If there is one company bent on maximum performance from every product that rolls out its doors, it is Arctic Cat. Whether it is ATVs, snowmobiles, or one of our favourite side-by-sides, the do-it-all Prowler, the ‘Cat crew simply can’t get enough performance. In that way, they’re exactly like us and most ATV enthusiasts we know, who ask their ATVs to conquer unexplored terrain, pull heavy loads, or slog their way through muddy trails that would have been impossible by any other means. After meeting most of the engineering, management and assembly team members, they seem more like our riding buddies, and probably yours as well. They love their toys as much as we do! Recently we were lucky enough to be offered a tour of the Arctic Cat plant. We jumped all over it.
To the Red River Valley
The Arctic Cat main assembly plant is located far up in the northwest corner of Minnesota, in the small community of Thief River Falls. Located only a short ride from the border, the nearest major town is either Winnipeg, Alberta, or Minneapolis, but out in the flat farming country where the fields and sky blend together over snow covered fields, the air is crisp, clean, and the whole area has that quaint, rural feel. No doubt it’s a community that still maintains a solid work ethic, and judging by the size of the enormous factory buildings, which rise impressively from the expansive prairie, it must take a lot of the town’s residents just to keep it operating. There’s little doubt about the favourite brand in town, and even the local watering hole across the street from the plant, The Black Cat, is a de-facto museum of ‘Cat memorabilia from days gone by.
Factory tours are always interesting, and we never get tired of seeing how things are made, everything from ATVs to airplanes. There is something special about starting with a piece of raw material, and a short while later having a finished product in hand. At the Arctic Cat plant, most processes are controlled under their own roof, although like any other manufacturing entity, they also rely on highly skilled suppliers for some components as well.
One thing Arctic Cat has been moving towards in recent years is building more of their engines in house, and that includes the all-new ATV engines. Arctic Cat has a very sophisticated small engine facility. All the parts are sent to the engine plant as a kit, or “build order”. Each kit is pre-packaged, with each part in its own spot, and as a part is used, a computer system records that it was removed from the tray and then checks for installation. If it was removed, but not installed or installed incorrectly, everything shuts down until it is corrected. As each engine marches along through assembly line, data is constantly fed to the computer system, which even records bolt torque specs. Once assembled, the engines are first tested, unfired, in a cold-test station, and then first started on the hot-test stand. The engine plant is just outside of Minneapolis, and finished engines are shipped to the assembly plant back at Thief River Falls. It is much more efficient and less expensive to ship entire engines than to have multiple shipments of individual parts from various suppliers. Makes sense to us. As a final check, every now and then an engine is plucked from the assembly line and taken to the highly secretive engine dyno facility (deep inside the main assembly building), where it will labour away on the dyno, while engineers and technicians record data. We were lucky enough to find ourselves in this area.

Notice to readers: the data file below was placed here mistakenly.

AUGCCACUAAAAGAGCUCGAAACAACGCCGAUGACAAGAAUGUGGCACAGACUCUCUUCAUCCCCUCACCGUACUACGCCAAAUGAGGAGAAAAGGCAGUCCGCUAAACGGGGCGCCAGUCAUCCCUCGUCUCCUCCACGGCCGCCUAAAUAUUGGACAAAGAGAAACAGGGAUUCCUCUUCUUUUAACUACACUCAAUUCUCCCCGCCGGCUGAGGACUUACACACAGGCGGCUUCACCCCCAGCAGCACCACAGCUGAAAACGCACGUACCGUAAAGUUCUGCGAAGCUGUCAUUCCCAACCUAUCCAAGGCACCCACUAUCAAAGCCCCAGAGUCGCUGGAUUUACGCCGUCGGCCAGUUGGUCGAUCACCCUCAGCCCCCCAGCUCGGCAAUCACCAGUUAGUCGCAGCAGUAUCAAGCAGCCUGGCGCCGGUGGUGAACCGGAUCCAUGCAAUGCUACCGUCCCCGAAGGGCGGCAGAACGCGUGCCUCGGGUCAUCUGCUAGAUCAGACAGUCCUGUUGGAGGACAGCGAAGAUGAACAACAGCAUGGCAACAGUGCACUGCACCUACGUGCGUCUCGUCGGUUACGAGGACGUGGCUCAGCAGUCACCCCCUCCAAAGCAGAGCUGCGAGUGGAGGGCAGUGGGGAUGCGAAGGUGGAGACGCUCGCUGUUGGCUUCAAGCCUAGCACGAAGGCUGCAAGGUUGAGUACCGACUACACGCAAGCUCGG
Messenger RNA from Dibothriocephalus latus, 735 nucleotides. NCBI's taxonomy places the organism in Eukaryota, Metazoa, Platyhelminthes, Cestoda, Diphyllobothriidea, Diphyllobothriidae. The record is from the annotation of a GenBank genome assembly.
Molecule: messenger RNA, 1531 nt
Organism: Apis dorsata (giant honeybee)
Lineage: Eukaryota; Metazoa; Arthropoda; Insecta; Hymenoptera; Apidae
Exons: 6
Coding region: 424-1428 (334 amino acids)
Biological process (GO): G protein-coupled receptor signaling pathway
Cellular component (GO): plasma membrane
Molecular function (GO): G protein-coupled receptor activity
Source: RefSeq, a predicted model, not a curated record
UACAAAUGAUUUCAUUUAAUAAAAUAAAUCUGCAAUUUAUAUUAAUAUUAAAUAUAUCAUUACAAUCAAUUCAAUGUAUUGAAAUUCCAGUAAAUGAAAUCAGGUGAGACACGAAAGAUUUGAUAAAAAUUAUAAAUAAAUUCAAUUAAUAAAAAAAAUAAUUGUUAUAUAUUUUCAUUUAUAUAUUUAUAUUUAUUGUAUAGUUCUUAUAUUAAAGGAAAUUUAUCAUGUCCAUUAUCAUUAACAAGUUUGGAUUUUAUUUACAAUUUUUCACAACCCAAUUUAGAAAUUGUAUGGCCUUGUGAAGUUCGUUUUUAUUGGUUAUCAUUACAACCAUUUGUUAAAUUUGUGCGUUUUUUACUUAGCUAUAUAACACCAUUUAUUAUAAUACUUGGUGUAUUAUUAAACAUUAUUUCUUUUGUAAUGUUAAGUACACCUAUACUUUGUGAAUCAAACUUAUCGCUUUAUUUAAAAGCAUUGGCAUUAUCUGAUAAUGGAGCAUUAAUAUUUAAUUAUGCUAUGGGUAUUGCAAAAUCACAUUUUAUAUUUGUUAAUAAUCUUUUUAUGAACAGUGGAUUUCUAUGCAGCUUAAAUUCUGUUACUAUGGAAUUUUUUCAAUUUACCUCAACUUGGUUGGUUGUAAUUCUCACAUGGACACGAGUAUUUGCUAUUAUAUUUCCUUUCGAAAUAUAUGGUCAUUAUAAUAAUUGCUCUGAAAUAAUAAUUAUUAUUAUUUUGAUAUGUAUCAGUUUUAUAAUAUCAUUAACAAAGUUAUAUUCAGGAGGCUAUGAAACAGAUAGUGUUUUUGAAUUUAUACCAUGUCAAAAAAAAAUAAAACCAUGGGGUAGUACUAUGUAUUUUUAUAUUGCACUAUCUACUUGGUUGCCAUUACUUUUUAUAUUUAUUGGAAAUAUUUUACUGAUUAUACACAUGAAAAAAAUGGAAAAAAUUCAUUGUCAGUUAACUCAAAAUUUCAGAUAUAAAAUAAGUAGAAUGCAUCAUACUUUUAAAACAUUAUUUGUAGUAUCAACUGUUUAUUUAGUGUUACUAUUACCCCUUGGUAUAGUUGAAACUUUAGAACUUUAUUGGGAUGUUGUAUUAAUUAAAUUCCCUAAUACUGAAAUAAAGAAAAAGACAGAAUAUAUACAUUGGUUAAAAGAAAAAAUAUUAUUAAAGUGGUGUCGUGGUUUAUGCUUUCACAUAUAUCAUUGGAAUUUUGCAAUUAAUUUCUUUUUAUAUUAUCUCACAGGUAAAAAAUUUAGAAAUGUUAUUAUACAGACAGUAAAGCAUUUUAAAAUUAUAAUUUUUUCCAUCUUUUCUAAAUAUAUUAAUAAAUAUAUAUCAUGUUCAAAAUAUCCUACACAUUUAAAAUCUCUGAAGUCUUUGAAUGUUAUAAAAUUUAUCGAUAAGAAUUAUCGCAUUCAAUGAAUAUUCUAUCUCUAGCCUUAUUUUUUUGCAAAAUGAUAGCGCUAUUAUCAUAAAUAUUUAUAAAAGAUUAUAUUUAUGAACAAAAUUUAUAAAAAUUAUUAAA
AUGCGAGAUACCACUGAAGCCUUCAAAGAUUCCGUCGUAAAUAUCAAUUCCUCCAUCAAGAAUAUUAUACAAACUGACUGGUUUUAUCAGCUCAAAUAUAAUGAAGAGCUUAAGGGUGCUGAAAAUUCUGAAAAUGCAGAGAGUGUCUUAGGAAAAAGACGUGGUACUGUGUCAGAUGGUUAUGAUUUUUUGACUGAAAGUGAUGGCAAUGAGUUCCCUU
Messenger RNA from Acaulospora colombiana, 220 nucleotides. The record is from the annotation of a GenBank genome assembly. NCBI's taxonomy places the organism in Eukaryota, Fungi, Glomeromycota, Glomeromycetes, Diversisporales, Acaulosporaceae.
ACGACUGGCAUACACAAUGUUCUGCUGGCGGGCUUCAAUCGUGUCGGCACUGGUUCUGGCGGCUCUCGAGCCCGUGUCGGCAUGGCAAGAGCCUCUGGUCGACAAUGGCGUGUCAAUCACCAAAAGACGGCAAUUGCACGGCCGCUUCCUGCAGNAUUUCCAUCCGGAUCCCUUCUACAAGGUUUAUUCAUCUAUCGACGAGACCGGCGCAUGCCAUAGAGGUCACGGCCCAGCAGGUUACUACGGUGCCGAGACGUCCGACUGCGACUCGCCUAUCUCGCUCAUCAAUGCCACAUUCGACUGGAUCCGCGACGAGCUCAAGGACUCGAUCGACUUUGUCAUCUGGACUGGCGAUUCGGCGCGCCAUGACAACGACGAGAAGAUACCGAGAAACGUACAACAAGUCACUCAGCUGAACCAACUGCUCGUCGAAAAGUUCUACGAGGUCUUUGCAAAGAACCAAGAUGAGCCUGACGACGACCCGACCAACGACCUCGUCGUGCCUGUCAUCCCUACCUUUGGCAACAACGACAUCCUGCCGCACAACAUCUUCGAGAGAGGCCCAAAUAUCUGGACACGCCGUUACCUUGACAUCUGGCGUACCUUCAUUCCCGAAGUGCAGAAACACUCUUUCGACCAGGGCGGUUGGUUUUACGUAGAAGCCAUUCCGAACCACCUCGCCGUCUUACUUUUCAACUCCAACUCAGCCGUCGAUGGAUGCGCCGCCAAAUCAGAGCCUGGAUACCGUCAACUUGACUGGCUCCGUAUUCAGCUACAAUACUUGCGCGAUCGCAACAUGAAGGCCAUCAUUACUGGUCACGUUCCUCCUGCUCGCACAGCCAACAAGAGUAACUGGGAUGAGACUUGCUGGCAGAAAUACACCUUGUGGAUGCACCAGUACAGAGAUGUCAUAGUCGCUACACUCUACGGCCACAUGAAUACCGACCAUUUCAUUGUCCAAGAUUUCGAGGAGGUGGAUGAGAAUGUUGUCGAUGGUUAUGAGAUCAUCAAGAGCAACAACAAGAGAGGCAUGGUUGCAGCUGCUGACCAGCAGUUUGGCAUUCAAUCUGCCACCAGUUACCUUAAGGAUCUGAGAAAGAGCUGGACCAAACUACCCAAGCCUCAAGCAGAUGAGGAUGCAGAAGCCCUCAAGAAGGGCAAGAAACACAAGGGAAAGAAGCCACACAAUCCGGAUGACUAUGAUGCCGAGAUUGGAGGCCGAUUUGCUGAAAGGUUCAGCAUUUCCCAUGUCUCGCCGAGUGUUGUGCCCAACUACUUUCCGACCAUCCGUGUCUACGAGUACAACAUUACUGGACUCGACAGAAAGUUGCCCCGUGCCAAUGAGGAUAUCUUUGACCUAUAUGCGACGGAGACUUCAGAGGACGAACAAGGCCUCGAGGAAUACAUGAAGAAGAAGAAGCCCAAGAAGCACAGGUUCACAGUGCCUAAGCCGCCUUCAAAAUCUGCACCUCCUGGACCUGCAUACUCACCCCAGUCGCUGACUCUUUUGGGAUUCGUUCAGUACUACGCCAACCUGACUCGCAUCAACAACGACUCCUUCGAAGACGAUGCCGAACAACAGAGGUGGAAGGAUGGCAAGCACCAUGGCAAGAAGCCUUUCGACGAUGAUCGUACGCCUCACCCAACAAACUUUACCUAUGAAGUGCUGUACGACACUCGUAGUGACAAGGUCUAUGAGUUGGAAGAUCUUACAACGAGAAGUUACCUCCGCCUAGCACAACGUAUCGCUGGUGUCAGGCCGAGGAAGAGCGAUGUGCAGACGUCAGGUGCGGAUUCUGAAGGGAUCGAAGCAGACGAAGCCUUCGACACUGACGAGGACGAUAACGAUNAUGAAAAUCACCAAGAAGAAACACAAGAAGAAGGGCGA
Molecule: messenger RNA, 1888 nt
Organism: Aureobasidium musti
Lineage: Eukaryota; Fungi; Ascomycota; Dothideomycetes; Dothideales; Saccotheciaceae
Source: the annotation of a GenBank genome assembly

Upon entering the lobby of the Arctic Cat main assembly plant, you will find an ATV and a snowmobile on display, various race photos, and a company store selling all manner of Arctic Cat apparel, gifts and memorabilia. Through the doors to the right is the Toy Shop assembly facility, and after a nod from security and a warning about where we could and could not venture, we were in.
As a little history lesson for employees and visitors, scattered throughout the plant are displayed various historical Arctic Cat production and race vehicles (mostly snowmobiles), and the first we found was one of their first snowmobiles. It must have been a huge improvement over snowshoes at the time, but like our ancestors who were kicked out of Europe, the original sled is only distantly related to the highly advanced models available today.
The Arctic Cat plant floor is comprised of three separate production lines, one for ATVs, one for sleds, and a third for Prowlers. To the left is where raw materials enter the building, and it is here that the manufacturing process begins. Tubing is fed into computer controlled benders, saws and coping dies to make a perfect saddle notch for welding, while flat stock enters the stamping press area to be slammed into the various brackets that are welded and bolted to each of the three main products. Machining centres carefully carve intricate shapes where needed, especially on the aluminum front-end components of each sled, and each step is controlled and documented. As the aluminum snowmobile parts are fed to a couple of robots that install hundreds of rivets in a highly advanced process that actually compacts and strengthens the surrounding metal, the newly formed tubing and brackets that make up the ATV and Prowler frames are off to welding. Again robots are used, and each part is held secure in a welding fixture, while multiple robots go to work.